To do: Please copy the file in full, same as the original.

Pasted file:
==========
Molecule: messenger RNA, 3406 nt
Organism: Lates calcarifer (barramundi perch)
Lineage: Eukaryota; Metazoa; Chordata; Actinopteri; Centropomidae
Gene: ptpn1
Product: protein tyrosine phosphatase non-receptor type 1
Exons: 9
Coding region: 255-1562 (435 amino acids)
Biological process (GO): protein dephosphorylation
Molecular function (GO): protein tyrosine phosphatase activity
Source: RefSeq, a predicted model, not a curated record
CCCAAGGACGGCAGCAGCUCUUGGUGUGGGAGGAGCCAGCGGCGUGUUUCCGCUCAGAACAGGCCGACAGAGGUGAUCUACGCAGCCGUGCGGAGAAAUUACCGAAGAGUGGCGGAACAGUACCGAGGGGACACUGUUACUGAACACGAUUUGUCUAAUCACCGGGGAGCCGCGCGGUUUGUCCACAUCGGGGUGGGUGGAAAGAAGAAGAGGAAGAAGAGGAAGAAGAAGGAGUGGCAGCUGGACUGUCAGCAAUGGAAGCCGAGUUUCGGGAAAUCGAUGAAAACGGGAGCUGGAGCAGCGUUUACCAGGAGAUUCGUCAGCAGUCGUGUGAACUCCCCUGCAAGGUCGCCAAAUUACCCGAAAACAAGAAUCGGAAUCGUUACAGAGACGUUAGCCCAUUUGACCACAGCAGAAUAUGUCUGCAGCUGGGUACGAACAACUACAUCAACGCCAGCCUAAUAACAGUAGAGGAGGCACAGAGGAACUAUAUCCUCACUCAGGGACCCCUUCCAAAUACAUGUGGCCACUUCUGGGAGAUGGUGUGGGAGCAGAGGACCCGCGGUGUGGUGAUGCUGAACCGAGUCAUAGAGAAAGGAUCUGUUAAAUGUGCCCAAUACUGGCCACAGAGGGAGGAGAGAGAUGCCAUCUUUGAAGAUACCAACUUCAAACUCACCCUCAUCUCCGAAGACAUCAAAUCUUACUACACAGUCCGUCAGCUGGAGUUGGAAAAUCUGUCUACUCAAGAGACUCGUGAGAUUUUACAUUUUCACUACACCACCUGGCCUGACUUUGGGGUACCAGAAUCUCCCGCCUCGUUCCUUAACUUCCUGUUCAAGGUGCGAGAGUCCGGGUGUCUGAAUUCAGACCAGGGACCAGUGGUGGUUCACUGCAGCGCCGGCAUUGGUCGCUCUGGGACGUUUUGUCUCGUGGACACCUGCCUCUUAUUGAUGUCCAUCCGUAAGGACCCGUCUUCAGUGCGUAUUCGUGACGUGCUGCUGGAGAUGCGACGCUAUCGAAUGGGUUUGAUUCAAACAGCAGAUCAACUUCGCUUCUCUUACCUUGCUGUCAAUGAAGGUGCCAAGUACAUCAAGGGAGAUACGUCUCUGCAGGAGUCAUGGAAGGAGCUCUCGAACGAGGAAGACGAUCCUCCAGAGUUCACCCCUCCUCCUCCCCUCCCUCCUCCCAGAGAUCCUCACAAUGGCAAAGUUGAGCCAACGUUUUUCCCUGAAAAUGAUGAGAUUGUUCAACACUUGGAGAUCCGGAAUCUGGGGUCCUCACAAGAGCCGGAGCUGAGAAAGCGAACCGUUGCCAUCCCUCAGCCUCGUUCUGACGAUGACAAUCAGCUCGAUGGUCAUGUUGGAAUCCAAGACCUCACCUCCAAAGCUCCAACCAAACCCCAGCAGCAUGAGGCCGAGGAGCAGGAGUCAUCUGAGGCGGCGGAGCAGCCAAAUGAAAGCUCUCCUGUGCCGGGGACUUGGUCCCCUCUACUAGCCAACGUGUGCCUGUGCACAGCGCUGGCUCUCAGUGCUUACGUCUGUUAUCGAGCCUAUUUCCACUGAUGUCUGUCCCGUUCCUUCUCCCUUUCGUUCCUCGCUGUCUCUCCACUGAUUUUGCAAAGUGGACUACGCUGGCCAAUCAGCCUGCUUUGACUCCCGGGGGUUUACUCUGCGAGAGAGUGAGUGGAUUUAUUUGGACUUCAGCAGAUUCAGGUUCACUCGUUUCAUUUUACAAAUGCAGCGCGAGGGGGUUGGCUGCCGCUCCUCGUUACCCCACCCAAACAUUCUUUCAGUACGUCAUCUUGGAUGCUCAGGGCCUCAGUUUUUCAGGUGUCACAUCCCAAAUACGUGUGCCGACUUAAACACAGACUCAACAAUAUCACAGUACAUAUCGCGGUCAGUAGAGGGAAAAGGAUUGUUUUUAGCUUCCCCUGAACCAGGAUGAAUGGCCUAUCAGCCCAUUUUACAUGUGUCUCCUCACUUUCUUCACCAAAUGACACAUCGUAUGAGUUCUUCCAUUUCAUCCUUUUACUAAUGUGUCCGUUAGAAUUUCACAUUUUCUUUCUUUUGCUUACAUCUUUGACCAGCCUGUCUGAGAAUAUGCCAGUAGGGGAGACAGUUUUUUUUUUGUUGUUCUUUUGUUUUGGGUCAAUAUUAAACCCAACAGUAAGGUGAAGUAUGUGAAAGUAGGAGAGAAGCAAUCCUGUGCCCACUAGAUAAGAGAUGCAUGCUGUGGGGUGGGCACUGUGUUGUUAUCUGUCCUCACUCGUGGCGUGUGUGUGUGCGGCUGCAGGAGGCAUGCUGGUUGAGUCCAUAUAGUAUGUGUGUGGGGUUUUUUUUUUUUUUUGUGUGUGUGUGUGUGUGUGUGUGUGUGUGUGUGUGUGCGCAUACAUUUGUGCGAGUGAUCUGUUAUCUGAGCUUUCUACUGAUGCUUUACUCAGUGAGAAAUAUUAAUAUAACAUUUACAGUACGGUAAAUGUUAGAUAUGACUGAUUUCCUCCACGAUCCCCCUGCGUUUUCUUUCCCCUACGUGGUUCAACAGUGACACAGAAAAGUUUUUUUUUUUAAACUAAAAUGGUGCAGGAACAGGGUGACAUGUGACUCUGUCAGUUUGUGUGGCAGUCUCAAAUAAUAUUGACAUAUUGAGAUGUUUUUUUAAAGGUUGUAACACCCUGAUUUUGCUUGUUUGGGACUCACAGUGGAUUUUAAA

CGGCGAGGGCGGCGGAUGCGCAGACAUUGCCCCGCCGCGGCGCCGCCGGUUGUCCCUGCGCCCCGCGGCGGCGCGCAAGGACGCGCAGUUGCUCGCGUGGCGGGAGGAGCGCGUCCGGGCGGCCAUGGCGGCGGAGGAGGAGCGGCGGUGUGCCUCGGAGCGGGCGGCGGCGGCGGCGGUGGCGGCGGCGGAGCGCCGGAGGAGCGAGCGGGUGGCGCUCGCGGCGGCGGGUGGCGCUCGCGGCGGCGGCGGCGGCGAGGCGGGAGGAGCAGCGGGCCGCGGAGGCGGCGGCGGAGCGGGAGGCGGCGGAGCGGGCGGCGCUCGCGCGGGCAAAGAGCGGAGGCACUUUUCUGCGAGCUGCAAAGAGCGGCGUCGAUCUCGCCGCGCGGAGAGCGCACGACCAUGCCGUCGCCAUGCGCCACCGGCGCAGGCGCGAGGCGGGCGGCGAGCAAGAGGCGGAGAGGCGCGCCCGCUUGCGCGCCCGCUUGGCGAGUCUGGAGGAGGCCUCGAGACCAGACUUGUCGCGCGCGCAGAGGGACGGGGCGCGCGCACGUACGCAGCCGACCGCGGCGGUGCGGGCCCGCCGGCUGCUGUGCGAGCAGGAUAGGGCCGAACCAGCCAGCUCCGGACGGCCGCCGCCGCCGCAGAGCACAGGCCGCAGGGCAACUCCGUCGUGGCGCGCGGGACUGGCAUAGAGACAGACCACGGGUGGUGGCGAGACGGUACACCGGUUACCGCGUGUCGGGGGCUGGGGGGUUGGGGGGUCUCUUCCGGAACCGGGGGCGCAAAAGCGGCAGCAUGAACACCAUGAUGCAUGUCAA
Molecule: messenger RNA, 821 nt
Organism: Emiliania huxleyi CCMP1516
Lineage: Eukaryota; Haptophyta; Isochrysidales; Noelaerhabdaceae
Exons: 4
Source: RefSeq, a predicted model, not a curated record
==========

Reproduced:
Molecule: messenger RNA, 3406 nt
Organism: Lates calcarifer (barramundi perch)
Lineage: Eukaryota; Metazoa; Chordata; Actinopteri; Centropomidae
Gene: ptpn1
Product: protein tyrosine phosphatase non-receptor type 1
Exons: 9
Coding region: 255-1562 (435 amino acids)
Biological process (GO): protein dephosphorylation
Molecular function (GO): protein tyrosine phosphatase activity
Source: RefSeq, a predicted model, not a curated record
CCCAAGGACGGCAGCAGCUCUUGGUGUGGGAGGAGCCAGCGGCGUGUUUCCGCUCAGAACAGGCCGACAGAGGUGAUCUACGCAGCCGUGCGGAGAAAUUACCGAAGAGUGGCGGAACAGUACCGAGGGGACACUGUUACUGAACACGAUUUGUCUAAUCACCGGGGAGCCGCGCGGUUUGUCCACAUCGGGGUGGGUGGAAAGAAGAAGAGGAAGAAGAGGAAGAAGAAGGAGUGGCAGCUGGACUGUCAGCAAUGGAAGCCGAGUUUCGGGAAAUCGAUGAAAACGGGAGCUGGAGCAGCGUUUACCAGGAGAUUCGUCAGCAGUCGUGUGAACUCCCCUGCAAGGUCGCCAAAUUACCCGAAAACAAGAAUCGGAAUCGUUACAGAGACGUUAGCCCAUUUGACCACAGCAGAAUAUGUCUGCAGCUGGGUACGAACAACUACAUCAACGCCAGCCUAAUAACAGUAGAGGAGGCACAGAGGAACUAUAUCCUCACUCAGGGACCCCUUCCAAAUACAUGUGGCCACUUCUGGGAGAUGGUGUGGGAGCAGAGGACCCGCGGUGUGGUGAUGCUGAACCGAGUCAUAGAGAAAGGAUCUGUUAAAUGUGCCCAAUACUGGCCACAGAGGGAGGAGAGAGAUGCCAUCUUUGAAGAUACCAACUUCAAACUCACCCUCAUCUCCGAAGACAUCAAAUCUUACUACACAGUCCGUCAGCUGGAGUUGGAAAAUCUGUCUACUCAAGAGACUCGUGAGAUUUUACAUUUUCACUACACCACCUGGCCUGACUUUGGGGUACCAGAAUCUCCCGCCUCGUUCCUUAACUUCCUGUUCAAGGUGCGAGAGUCCGGGUGUCUGAAUUCAGACCAGGGACCAGUGGUGGUUCACUGCAGCGCCGGCAUUGGUCGCUCUGGGACGUUUUGUCUCGUGGACACCUGCCUCUUAUUGAUGUCCAUCCGUAAGGACCCGUCUUCAGUGCGUAUUCGUGACGUGCUGCUGGAGAUGCGACGCUAUCGAAUGGGUUUGAUUCAAACAGCAGAUCAACUUCGCUUCUCUUACCUUGCUGUCAAUGAAGGUGCCAAGUACAUCAAGGGAGAUACGUCUCUGCAGGAGUCAUGGAAGGAGCUCUCGAACGAGGAAGACGAUCCUCCAGAGUUCACCCCUCCUCCUCCCCUCCCUCCUCCCAGAGAUCCUCACAAUGGCAAAGUUGAGCCAACGUUUUUCCCUGAAAAUGAUGAGAUUGUUCAACACUUGGAGAUCCGGAAUCUGGGGUCCUCACAAGAGCCGGAGCUGAGAAAGCGAACCGUUGCCAUCCCUCAGCCUCGUUCUGACGAUGACAAUCAGCUCGAUGGUCAUGUUGGAAUCCAAGACCUCACCUCCAAAGCUCCAACCAAACCCCAGCAGCAUGAGGCCGAGGAGCAGGAGUCAUCUGAGGCGGCGGAGCAGCCAAAUGAAAGCUCUCCUGUGCCGGGGACUUGGUCCCCUCUACUAGCCAACGUGUGCCUGUGCACAGCGCUGGCUCUCAGUGCUUACGUCUGUUAUCGAGCCUAUUUCCACUGAUGUCUGUCCCGUUCCUUCUCCCUUUCGUUCCUCGCUGUCUCUCCACUGAUUUUGCAAAGUGGACUACGCUGGCCAAUCAGCCUGCUUUGACUCCCGGGGGUUUACUCUGCGAGAGAGUGAGUGGAUUUAUUUGGACUUCAGCAGAUUCAGGUUCACUCGUUUCAUUUUACAAAUGCAGCGCGAGGGGGUUGGCUGCCGCUCCUCGUUACCCCACCCAAACAUUCUUUCAGUACGUCAUCUUGGAUGCUCAGGGCCUCAGUUUUUCAGGUGUCACAUCCCAAAUACGUGUGCCGACUUAAACACAGACUCAACAAUAUCACAGUACAUAUCGCGGUCAGUAGAGGGAAAAGGAUUGUUUUUAGCUUCCCCUGAACCAGGAUGAAUGGCCUAUCAGCCCAUUUUACAUGUGUCUCCUCACUUUCUUCACCAAAUGACACAUCGUAUGAGUUCUUCCAUUUCAUCCUUUUACUAAUGUGUCCGUUAGAAUUUCACAUUUUCUUUCUUUUGCUUACAUCUUUGACCAGCCUGUCUGAGAAUAUGCCAGUAGGGGAGACAGUUUUUUUUUUGUUGUUCUUUUGUUUUGGGUCAAUAUUAAACCCAACAGUAAGGUGAAGUAUGUGAAAGUAGGAGAGAAGCAAUCCUGUGCCCACUAGAUAAGAGAUGCAUGCUGUGGGGUGGGCACUGUGUUGUUAUCUGUCCUCACUCGUGGCGUGUGUGUGUGCGGCUGCAGGAGGCAUGCUGGUUGAGUCCAUAUAGUAUGUGUGUGGGGUUUUUUUUUUUUUUUGUGUGUGUGUGUGUGUGUGUGUGUGUGUGUGUGUGUGCGCAUACAUUUGUGCGAGUGAUCUGUUAUCUGAGCUUUCUACUGAUGCUUUACUCAGUGAGAAAUAUUAAUAUAACAUUUACAGUACGGUAAAUGUUAGAUAUGACUGAUUUCCUCCACGAUCCCCCUGCGUUUUCUUUCCCCUACGUGGUUCAACAGUGACACAGAAAAGUUUUUUUUUUUAAACUAAAAUGGUGCAGGAACAGGGUGACAUGUGACUCUGUCAGUUUGUGUGGCAGUCUCAAAUAAUAUUGACAUAUUGAGAUGUUUUUUUAAAGGUUGUAACACCCUGAUUUUGCUUGUUUGGGACUCACAGUGGAUUUUAAA

CGGCGAGGGCGGCGGAUGCGCAGACAUUGCCCCGCCGCGGCGCCGCCGGUUGUCCCUGCGCCCCGCGGCGGCGCGCAAGGACGCGCAGUUGCUCGCGUGGCGGGAGGAGCGCGUCCGGGCGGCCAUGGCGGCGGAGGAGGAGCGGCGGUGUGCCUCGGAGCGGGCGGCGGCGGCGGCGGUGGCGGCGGCGGAGCGCCGGAGGAGCGAGCGGGUGGCGCUCGCGGCGGCGGGUGGCGCUCGCGGCGGCGGCGGCGGCGAGGCGGGAGGAGCAGCGGGCCGCGGAGGCGGCGGCGGAGCGGGAGGCGGCGGAGCGGGCGGCGCUCGCGCGGGCAAAGAGCGGAGGCACUUUUCUGCGAGCUGCAAAGAGCGGCGUCGAUCUCGCCGCGCGGAGAGCGCACGACCAUGCCGUCGCCAUGCGCCACCGGCGCAGGCGCGAGGCGGGCGGCGAGCAAGAGGCGGAGAGGCGCGCCCGCUUGCGCGCCCGCUUGGCGAGUCUGGAGGAGGCCUCGAGACCAGACUUGUCGCGCGCGCAGAGGGACGGGGCGCGCGCACGUACGCAGCCGACCGCGGCGGUGCGGGCCCGCCGGCUGCUGUGCGAGCAGGAUAGGGCCGAACCAGCCAGCUCCGGACGGCCGCCGCCGCCGCAGAGCACAGGCCGCAGGGCAACUCCGUCGUGGCGCGCGGGACUGGCAUAGAGACAGACCACGGGUGGUGGCGAGACGGUACACCGGUUACCGCGUGUCGGGGGCUGGGGGGUUGGGGGGUCUCUUCCGGAACCGGGGGCGCAAAAGCGGCAGCAUGAACACCAUGAUGCAUGUCAA
Molecule: messenger RNA, 821 nt
Organism: Emiliania huxleyi CCMP1516
Lineage: Eukaryota; Haptophyta; Isochrysidales; Noelaerhabdaceae
Exons: 4
Source: RefSeq, a predicted model, not a curated record